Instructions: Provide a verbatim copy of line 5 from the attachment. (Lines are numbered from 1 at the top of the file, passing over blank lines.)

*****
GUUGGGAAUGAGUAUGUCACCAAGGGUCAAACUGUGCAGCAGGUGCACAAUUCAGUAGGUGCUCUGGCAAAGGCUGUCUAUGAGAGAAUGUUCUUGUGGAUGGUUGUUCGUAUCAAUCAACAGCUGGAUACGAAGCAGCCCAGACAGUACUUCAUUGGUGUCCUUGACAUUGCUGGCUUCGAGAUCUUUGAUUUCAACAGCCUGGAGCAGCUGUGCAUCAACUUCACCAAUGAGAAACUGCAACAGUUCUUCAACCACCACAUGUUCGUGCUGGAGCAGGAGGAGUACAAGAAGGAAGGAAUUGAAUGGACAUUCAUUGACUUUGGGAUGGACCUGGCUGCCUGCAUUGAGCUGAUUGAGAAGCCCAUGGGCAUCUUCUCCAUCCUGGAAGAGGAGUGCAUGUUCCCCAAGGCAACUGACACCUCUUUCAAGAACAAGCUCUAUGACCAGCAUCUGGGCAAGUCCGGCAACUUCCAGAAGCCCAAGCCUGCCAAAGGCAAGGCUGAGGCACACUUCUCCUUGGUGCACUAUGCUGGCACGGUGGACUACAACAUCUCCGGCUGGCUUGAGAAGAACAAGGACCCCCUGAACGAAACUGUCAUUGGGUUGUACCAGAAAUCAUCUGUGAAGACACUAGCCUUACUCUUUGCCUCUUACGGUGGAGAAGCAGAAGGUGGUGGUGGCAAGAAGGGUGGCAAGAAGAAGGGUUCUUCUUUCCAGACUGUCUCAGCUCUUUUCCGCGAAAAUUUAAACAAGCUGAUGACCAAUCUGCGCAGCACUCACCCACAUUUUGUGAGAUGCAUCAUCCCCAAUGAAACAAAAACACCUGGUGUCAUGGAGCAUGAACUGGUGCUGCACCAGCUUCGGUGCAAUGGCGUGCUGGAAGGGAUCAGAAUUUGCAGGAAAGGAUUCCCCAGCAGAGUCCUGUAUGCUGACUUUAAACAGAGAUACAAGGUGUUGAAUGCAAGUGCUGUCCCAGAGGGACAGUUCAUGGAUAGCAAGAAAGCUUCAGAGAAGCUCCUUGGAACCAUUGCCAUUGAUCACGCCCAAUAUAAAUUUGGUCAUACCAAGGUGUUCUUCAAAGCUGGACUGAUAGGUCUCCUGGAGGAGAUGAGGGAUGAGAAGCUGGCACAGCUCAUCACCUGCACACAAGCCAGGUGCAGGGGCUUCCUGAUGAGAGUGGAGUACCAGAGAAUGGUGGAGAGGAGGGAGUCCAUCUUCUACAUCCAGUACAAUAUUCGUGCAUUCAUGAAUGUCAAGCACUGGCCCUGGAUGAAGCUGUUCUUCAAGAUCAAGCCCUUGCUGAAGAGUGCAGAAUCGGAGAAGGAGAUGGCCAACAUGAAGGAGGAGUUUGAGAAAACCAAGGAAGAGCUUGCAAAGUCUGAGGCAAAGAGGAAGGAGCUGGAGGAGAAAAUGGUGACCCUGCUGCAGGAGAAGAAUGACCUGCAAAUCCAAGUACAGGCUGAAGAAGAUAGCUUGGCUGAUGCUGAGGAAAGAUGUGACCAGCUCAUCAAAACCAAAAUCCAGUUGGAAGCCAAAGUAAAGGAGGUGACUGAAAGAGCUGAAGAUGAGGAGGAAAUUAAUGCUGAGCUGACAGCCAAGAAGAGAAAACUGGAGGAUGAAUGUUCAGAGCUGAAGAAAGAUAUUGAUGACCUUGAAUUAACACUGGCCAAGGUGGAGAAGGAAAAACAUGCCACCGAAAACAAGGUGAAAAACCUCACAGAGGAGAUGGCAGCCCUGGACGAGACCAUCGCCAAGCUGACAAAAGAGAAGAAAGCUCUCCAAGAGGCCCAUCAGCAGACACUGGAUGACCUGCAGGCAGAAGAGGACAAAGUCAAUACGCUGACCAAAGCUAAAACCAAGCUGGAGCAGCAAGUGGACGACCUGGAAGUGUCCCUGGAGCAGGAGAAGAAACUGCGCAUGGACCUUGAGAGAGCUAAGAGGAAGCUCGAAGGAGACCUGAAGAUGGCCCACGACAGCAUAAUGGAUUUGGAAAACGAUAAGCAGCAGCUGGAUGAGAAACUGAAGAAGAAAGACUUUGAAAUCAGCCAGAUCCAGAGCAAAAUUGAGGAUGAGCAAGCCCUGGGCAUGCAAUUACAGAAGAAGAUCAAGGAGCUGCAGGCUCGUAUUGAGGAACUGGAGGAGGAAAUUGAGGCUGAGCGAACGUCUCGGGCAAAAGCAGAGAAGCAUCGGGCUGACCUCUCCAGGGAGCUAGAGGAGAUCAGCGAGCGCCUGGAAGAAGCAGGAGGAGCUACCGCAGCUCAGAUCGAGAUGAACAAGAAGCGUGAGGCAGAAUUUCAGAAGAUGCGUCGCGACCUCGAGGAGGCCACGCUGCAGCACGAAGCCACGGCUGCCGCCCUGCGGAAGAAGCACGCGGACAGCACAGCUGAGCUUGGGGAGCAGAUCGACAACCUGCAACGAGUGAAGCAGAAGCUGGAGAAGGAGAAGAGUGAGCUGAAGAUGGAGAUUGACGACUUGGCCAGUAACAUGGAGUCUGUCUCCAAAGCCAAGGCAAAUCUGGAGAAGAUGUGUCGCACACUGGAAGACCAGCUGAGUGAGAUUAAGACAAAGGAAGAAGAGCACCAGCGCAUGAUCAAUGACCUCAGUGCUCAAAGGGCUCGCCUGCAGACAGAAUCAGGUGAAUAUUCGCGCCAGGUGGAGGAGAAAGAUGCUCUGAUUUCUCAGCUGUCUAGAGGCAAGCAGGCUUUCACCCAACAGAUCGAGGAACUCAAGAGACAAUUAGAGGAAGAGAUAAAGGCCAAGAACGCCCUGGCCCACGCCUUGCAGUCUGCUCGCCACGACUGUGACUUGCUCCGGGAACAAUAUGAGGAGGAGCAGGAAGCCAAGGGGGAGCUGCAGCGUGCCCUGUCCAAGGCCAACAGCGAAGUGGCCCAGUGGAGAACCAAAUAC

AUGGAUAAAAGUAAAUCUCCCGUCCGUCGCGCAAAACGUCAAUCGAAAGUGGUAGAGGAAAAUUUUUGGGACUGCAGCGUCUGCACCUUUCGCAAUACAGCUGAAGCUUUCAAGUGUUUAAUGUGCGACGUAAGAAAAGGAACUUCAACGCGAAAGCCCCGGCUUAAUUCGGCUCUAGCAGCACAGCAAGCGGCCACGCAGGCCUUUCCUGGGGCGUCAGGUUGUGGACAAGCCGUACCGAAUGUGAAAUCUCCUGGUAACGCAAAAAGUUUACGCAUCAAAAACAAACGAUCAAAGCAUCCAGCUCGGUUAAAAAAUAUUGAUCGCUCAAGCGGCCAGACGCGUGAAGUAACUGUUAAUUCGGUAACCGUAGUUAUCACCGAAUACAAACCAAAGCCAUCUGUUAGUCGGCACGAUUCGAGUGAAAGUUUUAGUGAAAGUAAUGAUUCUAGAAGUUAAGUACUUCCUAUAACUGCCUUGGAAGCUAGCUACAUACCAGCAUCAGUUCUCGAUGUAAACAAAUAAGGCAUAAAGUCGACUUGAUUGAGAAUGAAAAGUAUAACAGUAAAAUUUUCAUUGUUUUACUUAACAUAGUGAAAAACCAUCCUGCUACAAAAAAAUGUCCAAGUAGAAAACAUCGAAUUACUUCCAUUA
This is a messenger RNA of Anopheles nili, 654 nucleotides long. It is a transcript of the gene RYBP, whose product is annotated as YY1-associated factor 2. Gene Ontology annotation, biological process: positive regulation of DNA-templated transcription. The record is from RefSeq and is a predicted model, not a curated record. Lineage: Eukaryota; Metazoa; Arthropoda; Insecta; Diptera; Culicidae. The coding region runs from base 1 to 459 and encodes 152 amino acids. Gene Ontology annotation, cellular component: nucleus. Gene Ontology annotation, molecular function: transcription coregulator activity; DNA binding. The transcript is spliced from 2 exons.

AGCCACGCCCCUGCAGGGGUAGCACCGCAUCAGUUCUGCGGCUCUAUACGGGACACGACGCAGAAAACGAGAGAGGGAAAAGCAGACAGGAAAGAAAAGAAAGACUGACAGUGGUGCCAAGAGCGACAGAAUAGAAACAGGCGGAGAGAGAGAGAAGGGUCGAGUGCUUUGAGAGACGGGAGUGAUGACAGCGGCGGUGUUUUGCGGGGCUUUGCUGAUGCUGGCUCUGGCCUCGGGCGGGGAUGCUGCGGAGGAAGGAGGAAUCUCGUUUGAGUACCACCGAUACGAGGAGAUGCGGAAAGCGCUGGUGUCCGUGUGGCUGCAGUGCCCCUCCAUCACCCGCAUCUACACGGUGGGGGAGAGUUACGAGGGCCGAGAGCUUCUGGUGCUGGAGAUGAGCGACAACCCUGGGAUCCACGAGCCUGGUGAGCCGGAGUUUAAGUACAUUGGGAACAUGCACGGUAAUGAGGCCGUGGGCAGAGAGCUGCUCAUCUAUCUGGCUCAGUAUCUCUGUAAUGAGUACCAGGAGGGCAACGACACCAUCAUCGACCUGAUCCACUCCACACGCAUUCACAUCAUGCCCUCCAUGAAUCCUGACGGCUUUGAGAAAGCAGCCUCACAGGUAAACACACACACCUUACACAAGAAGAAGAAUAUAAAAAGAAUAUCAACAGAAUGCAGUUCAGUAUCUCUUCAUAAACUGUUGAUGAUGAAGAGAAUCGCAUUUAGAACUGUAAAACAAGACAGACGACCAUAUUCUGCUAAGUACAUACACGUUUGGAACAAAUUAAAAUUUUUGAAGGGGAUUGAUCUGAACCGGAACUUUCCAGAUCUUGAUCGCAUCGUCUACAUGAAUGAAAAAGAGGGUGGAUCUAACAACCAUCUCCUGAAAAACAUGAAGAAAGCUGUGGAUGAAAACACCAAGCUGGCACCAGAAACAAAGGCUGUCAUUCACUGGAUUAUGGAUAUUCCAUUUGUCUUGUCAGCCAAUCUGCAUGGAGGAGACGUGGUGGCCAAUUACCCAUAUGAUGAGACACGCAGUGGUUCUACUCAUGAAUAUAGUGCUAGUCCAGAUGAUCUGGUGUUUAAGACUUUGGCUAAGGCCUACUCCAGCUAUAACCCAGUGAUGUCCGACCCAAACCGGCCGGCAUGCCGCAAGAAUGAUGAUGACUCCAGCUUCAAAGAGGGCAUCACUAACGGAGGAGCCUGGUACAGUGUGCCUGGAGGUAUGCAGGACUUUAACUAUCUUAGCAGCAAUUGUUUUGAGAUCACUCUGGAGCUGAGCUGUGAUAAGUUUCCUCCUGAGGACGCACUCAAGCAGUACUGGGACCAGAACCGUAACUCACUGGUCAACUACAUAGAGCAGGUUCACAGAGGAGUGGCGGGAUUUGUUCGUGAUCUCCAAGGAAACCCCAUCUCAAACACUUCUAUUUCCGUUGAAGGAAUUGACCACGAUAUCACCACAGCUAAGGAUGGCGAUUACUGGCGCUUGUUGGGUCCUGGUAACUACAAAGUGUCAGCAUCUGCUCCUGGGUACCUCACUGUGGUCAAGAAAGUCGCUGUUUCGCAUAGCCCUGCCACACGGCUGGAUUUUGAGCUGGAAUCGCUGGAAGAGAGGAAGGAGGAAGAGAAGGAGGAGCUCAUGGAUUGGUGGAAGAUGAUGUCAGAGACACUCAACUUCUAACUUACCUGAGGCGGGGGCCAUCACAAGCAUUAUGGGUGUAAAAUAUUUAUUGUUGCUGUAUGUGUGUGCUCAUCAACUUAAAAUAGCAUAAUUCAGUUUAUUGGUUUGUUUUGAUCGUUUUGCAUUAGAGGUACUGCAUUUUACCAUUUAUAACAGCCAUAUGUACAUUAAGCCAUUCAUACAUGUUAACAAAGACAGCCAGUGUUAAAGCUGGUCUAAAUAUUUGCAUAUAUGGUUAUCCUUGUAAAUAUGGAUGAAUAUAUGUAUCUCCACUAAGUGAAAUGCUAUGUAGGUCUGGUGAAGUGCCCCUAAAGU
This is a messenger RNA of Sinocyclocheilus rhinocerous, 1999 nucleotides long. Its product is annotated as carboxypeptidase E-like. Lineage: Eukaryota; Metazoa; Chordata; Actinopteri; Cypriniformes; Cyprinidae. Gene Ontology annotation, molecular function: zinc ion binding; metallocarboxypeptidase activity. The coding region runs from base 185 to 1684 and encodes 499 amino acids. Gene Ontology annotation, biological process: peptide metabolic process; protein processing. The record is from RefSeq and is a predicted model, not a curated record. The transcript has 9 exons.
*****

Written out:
This is a messenger RNA of Sinocyclocheilus rhinocerous, 1999 nucleotides long. Its product is annotated as carboxypeptidase E-like. Lineage: Eukaryota; Metazoa; Chordata; Actinopteri; Cypriniformes; Cyprinidae. Gene Ontology annotation, molecular function: zinc ion binding; metallocarboxypeptidase activity. The coding region runs from base 185 to 1684 and encodes 499 amino acids. Gene Ontology annotation, biological process: peptide metabolic process; protein processing. The record is from RefSeq and is a predicted model, not a curated record. The transcript has 9 exons.